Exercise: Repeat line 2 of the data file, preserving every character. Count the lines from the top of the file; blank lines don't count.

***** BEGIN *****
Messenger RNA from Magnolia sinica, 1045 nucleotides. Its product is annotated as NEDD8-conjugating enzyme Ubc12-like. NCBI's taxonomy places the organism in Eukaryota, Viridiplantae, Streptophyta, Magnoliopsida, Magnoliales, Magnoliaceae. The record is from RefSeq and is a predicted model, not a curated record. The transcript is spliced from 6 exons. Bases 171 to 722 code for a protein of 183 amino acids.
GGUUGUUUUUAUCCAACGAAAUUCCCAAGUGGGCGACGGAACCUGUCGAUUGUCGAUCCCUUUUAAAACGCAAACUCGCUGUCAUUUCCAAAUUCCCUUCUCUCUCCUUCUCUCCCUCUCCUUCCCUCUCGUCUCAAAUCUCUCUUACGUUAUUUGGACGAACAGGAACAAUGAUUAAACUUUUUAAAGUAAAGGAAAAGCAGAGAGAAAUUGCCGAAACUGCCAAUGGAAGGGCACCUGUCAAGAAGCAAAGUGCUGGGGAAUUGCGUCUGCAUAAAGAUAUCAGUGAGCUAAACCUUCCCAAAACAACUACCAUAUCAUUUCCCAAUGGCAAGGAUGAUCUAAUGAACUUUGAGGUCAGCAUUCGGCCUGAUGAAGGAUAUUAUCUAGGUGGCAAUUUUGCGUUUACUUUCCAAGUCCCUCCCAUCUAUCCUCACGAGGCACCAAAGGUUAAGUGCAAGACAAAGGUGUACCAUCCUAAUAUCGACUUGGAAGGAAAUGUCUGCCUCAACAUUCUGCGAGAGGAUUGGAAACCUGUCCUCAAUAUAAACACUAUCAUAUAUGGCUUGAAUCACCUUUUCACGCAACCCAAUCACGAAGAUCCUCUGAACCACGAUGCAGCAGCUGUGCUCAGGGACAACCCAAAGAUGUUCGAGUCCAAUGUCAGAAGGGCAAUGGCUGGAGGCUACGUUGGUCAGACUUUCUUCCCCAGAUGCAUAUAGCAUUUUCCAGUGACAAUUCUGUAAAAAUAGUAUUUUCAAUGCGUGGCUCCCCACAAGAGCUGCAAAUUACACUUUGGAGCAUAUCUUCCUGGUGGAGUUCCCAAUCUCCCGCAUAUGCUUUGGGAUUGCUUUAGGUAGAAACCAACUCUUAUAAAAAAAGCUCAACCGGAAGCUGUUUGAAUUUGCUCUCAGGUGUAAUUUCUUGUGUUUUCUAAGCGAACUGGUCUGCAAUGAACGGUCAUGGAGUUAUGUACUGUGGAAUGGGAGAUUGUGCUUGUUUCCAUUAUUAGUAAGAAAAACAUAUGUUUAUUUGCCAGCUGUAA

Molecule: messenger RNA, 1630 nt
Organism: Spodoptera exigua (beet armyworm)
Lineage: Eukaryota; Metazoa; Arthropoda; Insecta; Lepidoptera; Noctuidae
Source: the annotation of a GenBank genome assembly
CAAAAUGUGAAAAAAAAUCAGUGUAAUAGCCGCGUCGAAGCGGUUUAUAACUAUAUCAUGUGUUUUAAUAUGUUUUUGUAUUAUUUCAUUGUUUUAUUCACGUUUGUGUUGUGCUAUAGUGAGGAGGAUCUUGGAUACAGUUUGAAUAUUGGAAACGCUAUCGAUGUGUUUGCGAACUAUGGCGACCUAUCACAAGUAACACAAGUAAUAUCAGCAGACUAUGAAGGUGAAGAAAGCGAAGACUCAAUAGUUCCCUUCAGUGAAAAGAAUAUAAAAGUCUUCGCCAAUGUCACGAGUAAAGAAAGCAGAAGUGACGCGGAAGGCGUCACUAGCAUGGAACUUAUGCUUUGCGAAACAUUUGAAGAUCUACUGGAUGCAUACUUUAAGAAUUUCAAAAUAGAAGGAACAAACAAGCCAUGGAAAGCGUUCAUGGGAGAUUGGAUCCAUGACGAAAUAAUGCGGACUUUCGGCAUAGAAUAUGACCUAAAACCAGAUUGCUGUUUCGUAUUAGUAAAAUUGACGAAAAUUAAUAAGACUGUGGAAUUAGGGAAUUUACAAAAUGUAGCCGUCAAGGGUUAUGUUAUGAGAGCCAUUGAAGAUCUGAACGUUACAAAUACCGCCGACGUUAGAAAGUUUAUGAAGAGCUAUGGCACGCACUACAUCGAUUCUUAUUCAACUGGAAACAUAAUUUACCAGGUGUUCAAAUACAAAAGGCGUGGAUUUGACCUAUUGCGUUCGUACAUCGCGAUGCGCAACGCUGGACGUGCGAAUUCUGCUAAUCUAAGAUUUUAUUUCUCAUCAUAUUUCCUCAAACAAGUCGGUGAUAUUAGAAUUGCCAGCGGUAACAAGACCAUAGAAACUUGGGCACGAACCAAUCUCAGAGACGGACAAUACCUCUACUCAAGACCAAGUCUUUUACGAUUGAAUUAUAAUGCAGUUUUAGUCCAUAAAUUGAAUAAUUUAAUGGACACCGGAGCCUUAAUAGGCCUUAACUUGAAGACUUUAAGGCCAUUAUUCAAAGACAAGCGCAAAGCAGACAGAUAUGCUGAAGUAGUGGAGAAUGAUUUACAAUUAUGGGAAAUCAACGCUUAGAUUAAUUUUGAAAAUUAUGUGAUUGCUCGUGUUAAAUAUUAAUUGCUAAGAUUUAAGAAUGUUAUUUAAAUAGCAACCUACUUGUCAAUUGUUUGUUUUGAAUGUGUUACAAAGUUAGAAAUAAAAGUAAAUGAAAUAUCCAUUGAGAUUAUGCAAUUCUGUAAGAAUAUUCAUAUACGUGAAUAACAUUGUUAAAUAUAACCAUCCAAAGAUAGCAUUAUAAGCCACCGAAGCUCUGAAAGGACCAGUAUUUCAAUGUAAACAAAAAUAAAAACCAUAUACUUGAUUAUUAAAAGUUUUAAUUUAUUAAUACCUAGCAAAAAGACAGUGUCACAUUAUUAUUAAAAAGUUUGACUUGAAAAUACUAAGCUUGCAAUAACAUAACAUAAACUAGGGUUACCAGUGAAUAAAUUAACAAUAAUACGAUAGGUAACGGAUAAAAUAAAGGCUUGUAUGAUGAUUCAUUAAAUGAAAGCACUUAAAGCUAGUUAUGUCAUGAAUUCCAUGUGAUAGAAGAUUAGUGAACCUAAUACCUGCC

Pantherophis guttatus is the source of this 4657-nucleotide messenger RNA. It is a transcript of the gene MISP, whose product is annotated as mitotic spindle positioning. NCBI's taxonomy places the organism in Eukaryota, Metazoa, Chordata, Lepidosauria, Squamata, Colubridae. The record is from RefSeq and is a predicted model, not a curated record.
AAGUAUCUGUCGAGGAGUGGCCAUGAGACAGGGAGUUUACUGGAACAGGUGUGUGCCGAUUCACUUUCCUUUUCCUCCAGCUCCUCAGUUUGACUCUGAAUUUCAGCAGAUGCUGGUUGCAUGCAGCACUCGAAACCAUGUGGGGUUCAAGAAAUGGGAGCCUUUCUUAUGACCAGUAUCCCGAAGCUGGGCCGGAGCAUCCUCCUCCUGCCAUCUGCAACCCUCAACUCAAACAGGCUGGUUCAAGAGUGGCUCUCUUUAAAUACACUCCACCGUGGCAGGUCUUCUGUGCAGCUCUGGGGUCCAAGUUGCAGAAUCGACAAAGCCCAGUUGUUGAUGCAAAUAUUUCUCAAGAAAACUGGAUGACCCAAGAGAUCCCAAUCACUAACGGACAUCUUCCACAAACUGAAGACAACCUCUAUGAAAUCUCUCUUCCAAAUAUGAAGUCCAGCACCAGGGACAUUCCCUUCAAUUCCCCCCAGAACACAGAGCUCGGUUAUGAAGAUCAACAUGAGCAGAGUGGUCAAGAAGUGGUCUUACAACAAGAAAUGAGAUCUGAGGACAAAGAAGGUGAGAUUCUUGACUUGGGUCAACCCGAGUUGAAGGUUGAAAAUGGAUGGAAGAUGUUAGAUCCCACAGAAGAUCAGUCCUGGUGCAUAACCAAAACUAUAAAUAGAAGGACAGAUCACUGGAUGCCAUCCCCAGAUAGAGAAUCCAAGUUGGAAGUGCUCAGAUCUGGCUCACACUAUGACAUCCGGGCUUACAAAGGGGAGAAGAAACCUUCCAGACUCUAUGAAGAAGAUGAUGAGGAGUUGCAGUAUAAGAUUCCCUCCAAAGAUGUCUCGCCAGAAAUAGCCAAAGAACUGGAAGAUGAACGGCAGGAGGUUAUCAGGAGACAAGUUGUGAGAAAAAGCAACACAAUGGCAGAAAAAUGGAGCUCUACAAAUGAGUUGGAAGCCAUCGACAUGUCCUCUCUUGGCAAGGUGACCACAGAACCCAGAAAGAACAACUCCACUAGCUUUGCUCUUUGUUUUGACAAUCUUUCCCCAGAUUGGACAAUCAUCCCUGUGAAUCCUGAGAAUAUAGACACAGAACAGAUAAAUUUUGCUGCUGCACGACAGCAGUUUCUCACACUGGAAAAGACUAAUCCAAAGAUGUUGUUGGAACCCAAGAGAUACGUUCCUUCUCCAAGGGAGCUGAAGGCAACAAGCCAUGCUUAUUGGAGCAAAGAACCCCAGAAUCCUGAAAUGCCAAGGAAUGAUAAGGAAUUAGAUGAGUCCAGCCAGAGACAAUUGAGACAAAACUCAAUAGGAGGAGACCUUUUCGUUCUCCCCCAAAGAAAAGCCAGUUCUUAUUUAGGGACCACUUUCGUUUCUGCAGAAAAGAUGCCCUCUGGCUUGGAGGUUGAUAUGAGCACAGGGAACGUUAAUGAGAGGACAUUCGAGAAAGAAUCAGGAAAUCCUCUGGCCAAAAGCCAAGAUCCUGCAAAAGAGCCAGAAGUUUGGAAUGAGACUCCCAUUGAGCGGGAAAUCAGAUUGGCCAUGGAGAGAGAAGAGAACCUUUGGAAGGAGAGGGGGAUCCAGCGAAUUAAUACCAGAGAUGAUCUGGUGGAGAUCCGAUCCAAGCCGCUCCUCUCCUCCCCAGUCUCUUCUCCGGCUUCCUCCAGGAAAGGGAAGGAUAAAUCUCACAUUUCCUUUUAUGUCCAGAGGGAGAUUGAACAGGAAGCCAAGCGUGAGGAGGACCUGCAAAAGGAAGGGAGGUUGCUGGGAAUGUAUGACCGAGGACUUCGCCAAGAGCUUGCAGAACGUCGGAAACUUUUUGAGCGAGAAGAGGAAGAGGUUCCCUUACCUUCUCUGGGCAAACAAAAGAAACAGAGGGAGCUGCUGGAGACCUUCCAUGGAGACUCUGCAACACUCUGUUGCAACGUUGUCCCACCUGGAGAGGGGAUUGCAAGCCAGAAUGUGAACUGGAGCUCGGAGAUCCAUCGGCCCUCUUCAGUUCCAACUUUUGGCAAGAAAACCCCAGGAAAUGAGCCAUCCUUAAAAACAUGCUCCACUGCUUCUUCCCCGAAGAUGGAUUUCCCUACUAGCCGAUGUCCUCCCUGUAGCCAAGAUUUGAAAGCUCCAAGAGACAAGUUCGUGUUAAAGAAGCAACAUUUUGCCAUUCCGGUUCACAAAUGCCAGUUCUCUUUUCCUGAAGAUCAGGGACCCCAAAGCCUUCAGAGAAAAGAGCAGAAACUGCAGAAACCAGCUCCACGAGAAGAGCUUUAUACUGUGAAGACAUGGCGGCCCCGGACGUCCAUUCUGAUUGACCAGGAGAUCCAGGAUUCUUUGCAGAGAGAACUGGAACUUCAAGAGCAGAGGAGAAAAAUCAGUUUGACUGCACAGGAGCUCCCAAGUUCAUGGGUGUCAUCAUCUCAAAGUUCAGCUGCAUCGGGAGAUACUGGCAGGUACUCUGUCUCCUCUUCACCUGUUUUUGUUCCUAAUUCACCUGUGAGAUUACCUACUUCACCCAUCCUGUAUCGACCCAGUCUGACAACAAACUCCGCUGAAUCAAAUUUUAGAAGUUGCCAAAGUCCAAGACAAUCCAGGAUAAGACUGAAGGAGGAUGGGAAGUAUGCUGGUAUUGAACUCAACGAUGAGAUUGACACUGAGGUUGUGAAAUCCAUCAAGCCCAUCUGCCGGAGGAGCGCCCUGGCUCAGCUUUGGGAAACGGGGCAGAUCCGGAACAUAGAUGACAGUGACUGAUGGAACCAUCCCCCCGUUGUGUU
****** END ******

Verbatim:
GGUUGUUUUUAUCCAACGAAAUUCCCAAGUGGGCGACGGAACCUGUCGAUUGUCGAUCCCUUUUAAAACGCAAACUCGCUGUCAUUUCCAAAUUCCCUUCUCUCUCCUUCUCUCCCUCUCCUUCCCUCUCGUCUCAAAUCUCUCUUACGUUAUUUGGACGAACAGGAACAAUGAUUAAACUUUUUAAAGUAAAGGAAAAGCAGAGAGAAAUUGCCGAAACUGCCAAUGGAAGGGCACCUGUCAAGAAGCAAAGUGCUGGGGAAUUGCGUCUGCAUAAAGAUAUCAGUGAGCUAAACCUUCCCAAAACAACUACCAUAUCAUUUCCCAAUGGCAAGGAUGAUCUAAUGAACUUUGAGGUCAGCAUUCGGCCUGAUGAAGGAUAUUAUCUAGGUGGCAAUUUUGCGUUUACUUUCCAAGUCCCUCCCAUCUAUCCUCACGAGGCACCAAAGGUUAAGUGCAAGACAAAGGUGUACCAUCCUAAUAUCGACUUGGAAGGAAAUGUCUGCCUCAACAUUCUGCGAGAGGAUUGGAAACCUGUCCUCAAUAUAAACACUAUCAUAUAUGGCUUGAAUCACCUUUUCACGCAACCCAAUCACGAAGAUCCUCUGAACCACGAUGCAGCAGCUGUGCUCAGGGACAACCCAAAGAUGUUCGAGUCCAAUGUCAGAAGGGCAAUGGCUGGAGGCUACGUUGGUCAGACUUUCUUCCCCAGAUGCAUAUAGCAUUUUCCAGUGACAAUUCUGUAAAAAUAGUAUUUUCAAUGCGUGGCUCCCCACAAGAGCUGCAAAUUACACUUUGGAGCAUAUCUUCCUGGUGGAGUUCCCAAUCUCCCGCAUAUGCUUUGGGAUUGCUUUAGGUAGAAACCAACUCUUAUAAAAAAAGCUCAACCGGAAGCUGUUUGAAUUUGCUCUCAGGUGUAAUUUCUUGUGUUUUCUAAGCGAACUGGUCUGCAAUGAACGGUCAUGGAGUUAUGUACUGUGGAAUGGGAGAUUGUGCUUGUUUCCAUUAUUAGUAAGAAAAACAUAUGUUUAUUUGCCAGCUGUAA